Dropbox, Google Drive and OneDrive: match three in storage services?

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The big ones got involved quickly following Google and Dropbox, the “small one”, on the online or cloud storage market. But in this little game, and despite the arrival of Amazon, Dropbox holds the upper hand.

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Dropbox, Google Drive and OneDrive: match three in storage services?

Free … in part

Each of the three solutions offers a free entry offer: 5 Giga for One Drive from Microsoft – which has subtly changed its name to be closer to its competitor, 15 GB for Google Drive, and 2 GB for Dropbox. Beware of Google: the available space also depends on the size of your mailbox in Gmail.

But the big advantage of Dropbox is to unlock free space either if you refer a friend or with the Samsung offer which gives you 50 GB free for 2 years (be careful on devices launched after autumn 2014 the offer is subject to the creation of a new account). Nothing like Google, Microsoft or theAmazon Cloud Drive.

Whether it’s free or not, the file limit is the same. 10 GB at OneDrive or Dropbox (for the web part) and 5 TB at Google Drive. But if you use the Dropbox app on your computer, you no longer have any file size restrictions.

The price of the difference

Dropbox is distinguished by its availability on a wide range of OS: in addition to the classic desktop (Windows and Mac OSx) and mobile (iOS and Android), it is still the only one available on Blackberry and Linux. Linux being the bastion of developers, it enjoys a good foundation of notoriety which the 2 “big” ones cannot boast of. Dropbox and OneDrive are available on Windows Phone as well.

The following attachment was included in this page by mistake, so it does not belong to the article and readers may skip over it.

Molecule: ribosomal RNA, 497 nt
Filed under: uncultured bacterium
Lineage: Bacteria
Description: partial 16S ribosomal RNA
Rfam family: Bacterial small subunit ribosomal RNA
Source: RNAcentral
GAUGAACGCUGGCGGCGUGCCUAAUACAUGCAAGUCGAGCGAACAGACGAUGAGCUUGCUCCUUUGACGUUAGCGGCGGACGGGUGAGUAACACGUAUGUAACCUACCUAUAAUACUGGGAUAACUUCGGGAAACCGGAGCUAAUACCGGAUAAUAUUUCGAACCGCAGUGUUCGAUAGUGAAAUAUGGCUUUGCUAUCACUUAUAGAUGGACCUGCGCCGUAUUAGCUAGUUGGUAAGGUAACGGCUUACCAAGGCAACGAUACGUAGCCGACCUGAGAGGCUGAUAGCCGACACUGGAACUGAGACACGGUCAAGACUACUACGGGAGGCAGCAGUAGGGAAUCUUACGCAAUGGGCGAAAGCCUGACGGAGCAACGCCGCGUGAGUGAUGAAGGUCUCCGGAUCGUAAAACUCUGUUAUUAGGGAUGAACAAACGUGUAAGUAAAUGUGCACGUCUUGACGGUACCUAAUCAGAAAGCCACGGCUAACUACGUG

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In terms of price, if Dropbox is the most expensive in appearance (10 euros or dollars), it offers from the outset 1 TB (i.e. 1000 GB) where the 2 dollars on OneDrive will offer you 50 GB. Google Drive is doing well with an equivalent price and storage combined with an entry offer of 2 dollars for 100 GB – twice that of Microsoft. But let’s not forget Amazon, which for $60 a year gives you unlimited storage (and availability on the Kindle Fire)!

Dropbox in the lead

In short, Dropbox still has room. File synchronization is one of the best and its integration on multiple OS allows you to find and use your files everywhere. However the web interface is the weak point of the service.

Amazon Cloud Drive offers an interesting storage service for the price but in return, no real integration. It remains limited to storage, uploading and downloading.

OneDrive and Google Drive are only interesting for their integration with their respective office suites and services.

Among the challengers, Copy is a service similar to Dropbox which is worth a look for its file sharing system. Basically you share the storage space on a 20 GB folder between 4 users, each will have 5 GB used in their account. This is not the case on Dropbox where the 20 GB remains the responsibility of the user who shares.

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